Paul Visscher announced PurpleFS:    (KCN)

PurpleFS is a FUSE filesystem that allows you to transclude Purple Numbers.    (KCO)

In other words, PurpleFS is a filesystem interface to the Purple library. Super coolness.    (KCP)

(This, by the way, is an excellent example of Leave A Trail. Paul is part of the Church Of Purple, and there were any number of public places he could have announced this tool. I didn’t happen to be on any of the ones he chose (although it’s also possible that he just hasn’t posted to any of those places yet). And that’s perfectly okay, because he blogged it, and I follow his blog. He left a trail. It’s nice and efficient for all involved. It’s loose coupling, but it’s tight enough to maintain a sense of community and to enable tighter collaboration in the future.)    (KCQ)

Purple v0.9

After RecentChangesCamp earlier this month, I drove up to Seattle to visit Chris Dent and others. Chris and I spent a day talking shop and life, and also taking care of a few things that we’ve been discussing for a while. The biggie was extracting the Purple Number generator from PurpleWiki into its own library and creating a RESTish front-end to it. The result — Purple v0.9, available on CPAN.    (K9N)

Not only will Purple make it easier for folks to incorporate Purple Number generation in their own software, it will also enable us to start properly experimenting with distributed Purple Numbers. Right now, I can transclude content between this blog and my Wiki. With Purple, I’ll be able to transclude from Chris’s blog and any other sites using these Purple Numbers (including all of Blue Oxen Associates‘s collaboratories.    (K9O)

It was very cool to get this done, and more is to come. Chris has already started to incorporate it into PurpleWiki, and Paul Visscher has already started to incorporate it into perplog. You can read Chris’s commentary and follow more on the Church Of Purple‘s progress at the Purple collaboratory.    (K9P)

A Series of Open Conversations

What the heck is Blue Oxen Associates supposed to be about. Why the heck am I in this business? Forget about my Elevator Pitch for a moment. Forget about collaboration and collaboratories, Pattern Languages and Purple Numbers. What do I want, and why do I care?    (K1V)

I haven’t been able to answer these questions to everybody’s satisfaction, but I’ve found folks of all types who get either it or me pretty quickly and who share many of my hopes, dreams, and values. Being around these people has kept me going both personally and professionally, and further catalyzing this community is a big part of what Blue Oxen Associates is about. I often think about the negativity that one of my mentors, Doug Engelbart, faced for so long early in his career, and I’m grateful at how different my world has been.    (K1W)

Katrin Verclas and Seb Paquet are two of my favorite conversational partners. I’ve had the pleasure of working with Katrin (and Allen Gunn, another favorite) on the FLOSS Usability Sprints. I haven’t had the opportunity to work with Seb yet, but I’m quite certain it will happen eventually.    (K1X)

Katrin is in Massachusetts, and Seb is in Montreal. My conversations with both are always incredibly rich, and I’m constantly wishing that we could talk more often and that we could capture some of those conversations. Of course, thanks to technology (and a bit of process), we can.    (K1Y)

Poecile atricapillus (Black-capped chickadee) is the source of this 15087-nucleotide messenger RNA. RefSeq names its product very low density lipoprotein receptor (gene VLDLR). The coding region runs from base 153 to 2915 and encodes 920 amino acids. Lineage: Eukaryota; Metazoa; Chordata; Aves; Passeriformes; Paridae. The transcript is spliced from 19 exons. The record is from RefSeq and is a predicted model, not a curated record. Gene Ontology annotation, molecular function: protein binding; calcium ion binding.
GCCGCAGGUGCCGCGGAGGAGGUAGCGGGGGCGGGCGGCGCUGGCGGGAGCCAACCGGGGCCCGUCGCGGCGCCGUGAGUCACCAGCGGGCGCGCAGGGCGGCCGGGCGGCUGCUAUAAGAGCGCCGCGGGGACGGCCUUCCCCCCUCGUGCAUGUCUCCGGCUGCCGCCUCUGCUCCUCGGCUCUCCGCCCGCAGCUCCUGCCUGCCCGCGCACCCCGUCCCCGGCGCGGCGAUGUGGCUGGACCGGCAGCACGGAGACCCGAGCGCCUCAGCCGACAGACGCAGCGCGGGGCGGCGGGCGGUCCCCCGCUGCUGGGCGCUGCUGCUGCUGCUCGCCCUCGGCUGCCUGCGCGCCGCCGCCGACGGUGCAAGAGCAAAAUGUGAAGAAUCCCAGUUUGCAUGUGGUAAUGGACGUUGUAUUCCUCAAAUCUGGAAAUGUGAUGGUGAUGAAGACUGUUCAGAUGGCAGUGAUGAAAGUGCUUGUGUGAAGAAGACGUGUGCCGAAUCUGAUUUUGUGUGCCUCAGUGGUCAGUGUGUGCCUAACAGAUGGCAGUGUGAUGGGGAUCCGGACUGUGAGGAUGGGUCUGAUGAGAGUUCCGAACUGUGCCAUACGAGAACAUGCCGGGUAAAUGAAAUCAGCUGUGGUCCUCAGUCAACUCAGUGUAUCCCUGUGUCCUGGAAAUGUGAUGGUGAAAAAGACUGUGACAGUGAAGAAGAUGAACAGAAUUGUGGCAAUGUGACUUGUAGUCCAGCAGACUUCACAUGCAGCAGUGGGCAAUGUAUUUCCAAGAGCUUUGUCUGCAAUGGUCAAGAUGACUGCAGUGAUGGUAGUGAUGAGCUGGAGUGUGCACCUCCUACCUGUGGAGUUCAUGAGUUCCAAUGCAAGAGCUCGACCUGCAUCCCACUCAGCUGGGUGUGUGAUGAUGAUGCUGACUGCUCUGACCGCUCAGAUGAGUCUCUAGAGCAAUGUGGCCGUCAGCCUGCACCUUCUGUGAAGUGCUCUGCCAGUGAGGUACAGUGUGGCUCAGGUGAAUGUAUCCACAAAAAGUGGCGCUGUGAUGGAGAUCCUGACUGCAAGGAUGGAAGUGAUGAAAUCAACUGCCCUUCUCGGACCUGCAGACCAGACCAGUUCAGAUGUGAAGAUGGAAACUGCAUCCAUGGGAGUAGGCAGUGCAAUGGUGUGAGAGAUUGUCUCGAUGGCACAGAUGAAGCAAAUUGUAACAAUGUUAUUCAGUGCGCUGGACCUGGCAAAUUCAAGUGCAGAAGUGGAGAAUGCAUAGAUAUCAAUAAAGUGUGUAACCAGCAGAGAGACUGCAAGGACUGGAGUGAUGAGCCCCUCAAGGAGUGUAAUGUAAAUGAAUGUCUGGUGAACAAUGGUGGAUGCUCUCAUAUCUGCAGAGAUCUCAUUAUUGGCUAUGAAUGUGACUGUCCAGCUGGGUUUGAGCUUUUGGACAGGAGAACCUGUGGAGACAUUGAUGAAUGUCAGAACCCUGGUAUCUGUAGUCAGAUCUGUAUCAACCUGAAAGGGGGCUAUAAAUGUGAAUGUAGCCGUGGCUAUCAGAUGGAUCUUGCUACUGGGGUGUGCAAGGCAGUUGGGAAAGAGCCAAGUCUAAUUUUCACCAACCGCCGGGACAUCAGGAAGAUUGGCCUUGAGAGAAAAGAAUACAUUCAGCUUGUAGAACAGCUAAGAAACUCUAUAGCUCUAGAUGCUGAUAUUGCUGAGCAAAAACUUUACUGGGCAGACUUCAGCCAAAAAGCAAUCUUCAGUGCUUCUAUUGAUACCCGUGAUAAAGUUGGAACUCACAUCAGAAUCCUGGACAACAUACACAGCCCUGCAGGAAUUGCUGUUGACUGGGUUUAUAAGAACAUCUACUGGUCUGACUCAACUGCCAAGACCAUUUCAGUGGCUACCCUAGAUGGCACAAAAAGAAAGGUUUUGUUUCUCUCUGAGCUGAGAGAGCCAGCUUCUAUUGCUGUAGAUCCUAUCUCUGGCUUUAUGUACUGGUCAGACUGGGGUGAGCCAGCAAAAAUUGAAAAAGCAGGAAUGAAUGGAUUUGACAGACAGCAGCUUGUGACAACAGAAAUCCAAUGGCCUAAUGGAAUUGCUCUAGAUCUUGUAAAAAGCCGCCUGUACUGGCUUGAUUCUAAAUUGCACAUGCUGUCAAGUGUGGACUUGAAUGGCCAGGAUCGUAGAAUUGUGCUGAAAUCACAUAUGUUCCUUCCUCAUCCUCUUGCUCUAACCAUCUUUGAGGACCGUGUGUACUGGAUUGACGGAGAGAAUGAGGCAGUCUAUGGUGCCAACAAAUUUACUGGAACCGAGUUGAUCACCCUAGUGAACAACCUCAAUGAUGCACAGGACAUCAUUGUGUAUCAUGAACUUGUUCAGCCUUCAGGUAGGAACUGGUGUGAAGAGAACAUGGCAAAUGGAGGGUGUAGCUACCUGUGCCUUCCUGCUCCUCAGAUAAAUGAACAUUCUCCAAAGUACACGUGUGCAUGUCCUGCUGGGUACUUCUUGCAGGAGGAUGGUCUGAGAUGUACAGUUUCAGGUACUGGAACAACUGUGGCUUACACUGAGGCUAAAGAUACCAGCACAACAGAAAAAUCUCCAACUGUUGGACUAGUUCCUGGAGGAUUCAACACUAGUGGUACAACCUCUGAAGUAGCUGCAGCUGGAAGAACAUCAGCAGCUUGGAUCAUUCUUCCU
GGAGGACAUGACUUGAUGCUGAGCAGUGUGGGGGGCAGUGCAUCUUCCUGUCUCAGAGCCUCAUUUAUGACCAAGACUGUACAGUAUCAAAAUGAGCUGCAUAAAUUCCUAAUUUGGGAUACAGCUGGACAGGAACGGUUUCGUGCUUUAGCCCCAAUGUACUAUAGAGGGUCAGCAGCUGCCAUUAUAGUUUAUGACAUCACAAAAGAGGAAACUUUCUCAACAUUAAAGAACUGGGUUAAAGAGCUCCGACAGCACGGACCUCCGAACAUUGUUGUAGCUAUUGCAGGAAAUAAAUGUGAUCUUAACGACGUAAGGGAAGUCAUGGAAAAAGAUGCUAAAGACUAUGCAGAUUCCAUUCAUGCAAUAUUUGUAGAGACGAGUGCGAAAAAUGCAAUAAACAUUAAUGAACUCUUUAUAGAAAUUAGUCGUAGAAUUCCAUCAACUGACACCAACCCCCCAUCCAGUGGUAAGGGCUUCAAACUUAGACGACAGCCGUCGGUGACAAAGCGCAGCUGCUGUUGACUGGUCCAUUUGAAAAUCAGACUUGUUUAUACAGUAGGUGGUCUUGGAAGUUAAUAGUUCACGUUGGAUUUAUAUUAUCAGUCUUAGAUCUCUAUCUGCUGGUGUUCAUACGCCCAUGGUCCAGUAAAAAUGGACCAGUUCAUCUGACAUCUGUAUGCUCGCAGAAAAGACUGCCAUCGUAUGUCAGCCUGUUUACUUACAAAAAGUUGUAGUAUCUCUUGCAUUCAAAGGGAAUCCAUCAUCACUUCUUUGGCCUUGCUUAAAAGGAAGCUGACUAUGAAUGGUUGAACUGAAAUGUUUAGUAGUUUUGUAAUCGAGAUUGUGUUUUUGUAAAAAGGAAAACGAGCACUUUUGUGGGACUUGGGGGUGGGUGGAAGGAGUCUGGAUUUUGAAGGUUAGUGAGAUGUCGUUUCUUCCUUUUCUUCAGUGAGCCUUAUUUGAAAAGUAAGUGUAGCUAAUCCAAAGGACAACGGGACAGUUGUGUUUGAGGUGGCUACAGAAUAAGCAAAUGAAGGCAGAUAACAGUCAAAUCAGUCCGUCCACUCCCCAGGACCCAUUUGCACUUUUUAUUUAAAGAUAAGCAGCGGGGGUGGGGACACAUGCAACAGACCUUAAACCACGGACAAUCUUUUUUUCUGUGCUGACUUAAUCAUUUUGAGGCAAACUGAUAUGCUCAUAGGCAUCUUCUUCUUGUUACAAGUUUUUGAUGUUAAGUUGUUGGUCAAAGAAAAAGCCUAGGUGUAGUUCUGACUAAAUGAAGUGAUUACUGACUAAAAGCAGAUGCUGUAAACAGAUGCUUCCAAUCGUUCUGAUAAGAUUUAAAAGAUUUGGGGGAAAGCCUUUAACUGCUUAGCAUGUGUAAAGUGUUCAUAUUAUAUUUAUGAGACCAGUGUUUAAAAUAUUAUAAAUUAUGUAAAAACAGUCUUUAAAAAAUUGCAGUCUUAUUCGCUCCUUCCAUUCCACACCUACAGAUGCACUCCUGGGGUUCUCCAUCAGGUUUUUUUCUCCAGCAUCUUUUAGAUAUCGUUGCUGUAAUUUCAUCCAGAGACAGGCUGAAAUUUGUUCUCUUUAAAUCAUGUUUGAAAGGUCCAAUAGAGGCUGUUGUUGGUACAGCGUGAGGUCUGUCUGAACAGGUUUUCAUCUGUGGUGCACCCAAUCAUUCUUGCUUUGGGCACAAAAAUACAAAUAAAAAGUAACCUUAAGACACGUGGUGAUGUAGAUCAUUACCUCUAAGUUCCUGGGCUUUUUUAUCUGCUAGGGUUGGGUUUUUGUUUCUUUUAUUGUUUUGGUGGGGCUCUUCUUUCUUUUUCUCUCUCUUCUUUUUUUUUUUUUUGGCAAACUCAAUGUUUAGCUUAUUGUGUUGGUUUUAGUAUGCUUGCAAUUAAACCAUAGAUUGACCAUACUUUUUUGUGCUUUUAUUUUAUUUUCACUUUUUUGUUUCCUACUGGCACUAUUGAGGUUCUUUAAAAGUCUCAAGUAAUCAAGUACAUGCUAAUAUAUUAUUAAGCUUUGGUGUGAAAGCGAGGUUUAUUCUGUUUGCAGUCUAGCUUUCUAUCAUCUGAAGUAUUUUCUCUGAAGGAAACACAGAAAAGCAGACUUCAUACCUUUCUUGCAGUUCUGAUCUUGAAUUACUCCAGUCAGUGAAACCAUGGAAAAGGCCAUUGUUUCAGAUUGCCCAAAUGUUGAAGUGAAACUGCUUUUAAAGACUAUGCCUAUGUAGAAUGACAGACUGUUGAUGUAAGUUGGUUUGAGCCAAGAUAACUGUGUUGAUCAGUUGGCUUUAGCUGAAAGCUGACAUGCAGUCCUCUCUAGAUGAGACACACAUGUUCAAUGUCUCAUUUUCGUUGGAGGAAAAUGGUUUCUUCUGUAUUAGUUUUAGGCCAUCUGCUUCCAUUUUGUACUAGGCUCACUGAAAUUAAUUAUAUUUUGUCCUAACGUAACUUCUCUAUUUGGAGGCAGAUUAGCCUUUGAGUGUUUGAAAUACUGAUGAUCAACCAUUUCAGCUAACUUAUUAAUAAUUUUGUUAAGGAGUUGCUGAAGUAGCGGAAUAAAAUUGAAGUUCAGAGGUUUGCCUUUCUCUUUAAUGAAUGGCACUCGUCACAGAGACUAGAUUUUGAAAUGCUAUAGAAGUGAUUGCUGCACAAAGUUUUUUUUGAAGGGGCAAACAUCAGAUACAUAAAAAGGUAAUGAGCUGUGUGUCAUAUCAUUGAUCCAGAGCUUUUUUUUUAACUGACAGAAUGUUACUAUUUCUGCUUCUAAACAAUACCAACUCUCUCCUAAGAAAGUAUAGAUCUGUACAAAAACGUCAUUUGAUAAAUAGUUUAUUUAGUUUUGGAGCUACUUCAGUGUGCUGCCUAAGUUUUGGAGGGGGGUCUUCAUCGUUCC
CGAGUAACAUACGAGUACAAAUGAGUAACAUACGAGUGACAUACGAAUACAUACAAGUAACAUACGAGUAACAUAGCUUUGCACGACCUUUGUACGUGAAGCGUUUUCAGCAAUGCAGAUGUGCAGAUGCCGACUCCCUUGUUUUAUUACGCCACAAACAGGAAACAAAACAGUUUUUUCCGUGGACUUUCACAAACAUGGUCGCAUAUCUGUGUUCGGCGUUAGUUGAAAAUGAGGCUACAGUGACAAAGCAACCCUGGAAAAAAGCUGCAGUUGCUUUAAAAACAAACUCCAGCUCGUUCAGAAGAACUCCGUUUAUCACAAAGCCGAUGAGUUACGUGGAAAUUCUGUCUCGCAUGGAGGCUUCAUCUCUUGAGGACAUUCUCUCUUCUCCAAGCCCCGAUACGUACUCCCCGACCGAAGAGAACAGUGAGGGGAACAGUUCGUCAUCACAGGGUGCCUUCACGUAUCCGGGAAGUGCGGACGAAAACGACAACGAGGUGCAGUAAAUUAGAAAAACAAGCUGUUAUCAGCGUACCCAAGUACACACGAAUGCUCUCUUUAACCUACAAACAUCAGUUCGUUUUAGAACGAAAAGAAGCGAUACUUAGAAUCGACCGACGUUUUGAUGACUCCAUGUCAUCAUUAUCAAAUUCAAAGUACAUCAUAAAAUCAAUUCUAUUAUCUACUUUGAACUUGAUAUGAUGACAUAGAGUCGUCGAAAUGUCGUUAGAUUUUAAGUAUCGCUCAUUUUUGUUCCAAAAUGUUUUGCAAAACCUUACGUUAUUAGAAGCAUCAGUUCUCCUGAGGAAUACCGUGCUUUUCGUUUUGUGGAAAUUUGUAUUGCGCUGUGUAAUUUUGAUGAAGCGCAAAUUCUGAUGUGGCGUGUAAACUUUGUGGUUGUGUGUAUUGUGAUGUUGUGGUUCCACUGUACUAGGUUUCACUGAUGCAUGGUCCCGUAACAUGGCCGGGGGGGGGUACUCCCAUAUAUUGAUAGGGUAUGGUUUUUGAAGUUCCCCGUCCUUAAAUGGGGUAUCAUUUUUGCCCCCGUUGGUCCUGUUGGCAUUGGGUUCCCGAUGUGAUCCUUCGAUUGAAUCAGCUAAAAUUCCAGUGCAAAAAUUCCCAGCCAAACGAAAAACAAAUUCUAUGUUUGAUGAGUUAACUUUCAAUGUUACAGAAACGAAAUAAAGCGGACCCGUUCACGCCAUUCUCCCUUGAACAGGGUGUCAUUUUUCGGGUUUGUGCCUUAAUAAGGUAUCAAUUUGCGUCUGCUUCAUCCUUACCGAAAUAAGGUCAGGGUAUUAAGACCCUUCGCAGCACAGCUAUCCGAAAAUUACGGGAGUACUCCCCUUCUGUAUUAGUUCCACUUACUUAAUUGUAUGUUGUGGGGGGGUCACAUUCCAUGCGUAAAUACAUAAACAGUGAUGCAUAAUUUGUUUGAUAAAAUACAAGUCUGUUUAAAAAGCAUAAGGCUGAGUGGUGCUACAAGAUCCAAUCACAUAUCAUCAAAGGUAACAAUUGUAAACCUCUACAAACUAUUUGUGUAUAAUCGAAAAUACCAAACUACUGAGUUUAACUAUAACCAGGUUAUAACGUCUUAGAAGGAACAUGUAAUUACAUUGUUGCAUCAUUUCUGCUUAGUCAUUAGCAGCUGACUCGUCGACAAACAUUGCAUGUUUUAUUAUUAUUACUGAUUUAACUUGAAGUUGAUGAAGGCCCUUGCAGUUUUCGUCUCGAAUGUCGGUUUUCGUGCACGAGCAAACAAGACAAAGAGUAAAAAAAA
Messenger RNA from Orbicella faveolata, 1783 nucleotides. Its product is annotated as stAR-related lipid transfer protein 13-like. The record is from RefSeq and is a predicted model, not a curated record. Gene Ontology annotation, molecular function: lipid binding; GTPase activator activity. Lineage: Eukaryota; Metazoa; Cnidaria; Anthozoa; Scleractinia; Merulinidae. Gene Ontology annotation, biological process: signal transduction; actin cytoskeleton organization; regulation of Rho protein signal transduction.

In the spirit of old school letter writing, I’ve proposed to both of them a series of conversations with a twist. Instead of emailing back and forth, we’ll post our letters on our blogs so that others can participate and hopefully join in.    (K1Z)

I think the open conversations will be revealing and hopefully entertaining. Katrin has already kicked things off with a nice list of things she wants out of her career and life. I’ll respond in my next blog post. And when Seb decides to return to the blogosphere (*nudge, nudge*), we’ll have an open conversation as well.    (K20)

I’d love to have conversations with many others, beyond what already occurs on our respective blogs. If you’d like to join in on this little experiment, write me a letter and post it on your blog. Don’t forget to link back here so I can find it.    (K21)

Looking forward to the conversations!    (K22)

Purple Numbers and WIKIWYG

For a while, it was looking like I was going to break another personal blogging record last month, then things got so busy I had zero time to blog whatsoever. That means I’m in catch up mode again, so as usual, I’ll post in reverse chronological order (which in the blogosphere is really reverse reverse chronological order).    (JYN)

Yesterday, I spent the afternoon at Socialtext, where they were having an all-hands meeting. They graciously invited me to participate in the Open Space segment of their gathering, which meant quality time with Chris Dent and a rare opportunity to evangelize the Church Of Purple together. Of course, Chris has been spreading the Purple religion at Socialtext for a while now, so it wasn’t as much about evangelism as it was about next steps.    (JYO)

As I’ve mentioned many times before, browser-based WYSIWYG editors are an exciting development because they allow us to make Purple Numbers transparent in the authoring process. Right now, when you edit a PurpleWiki page, you see the node ID tags (e.g. {nid 123}). This is impossible to get around with the default browser text-editing widget. However, with a WYSIWYG editor, you can hide the Purple Numbers while still maintaining their associations with a node behind the scenes.    (JYP)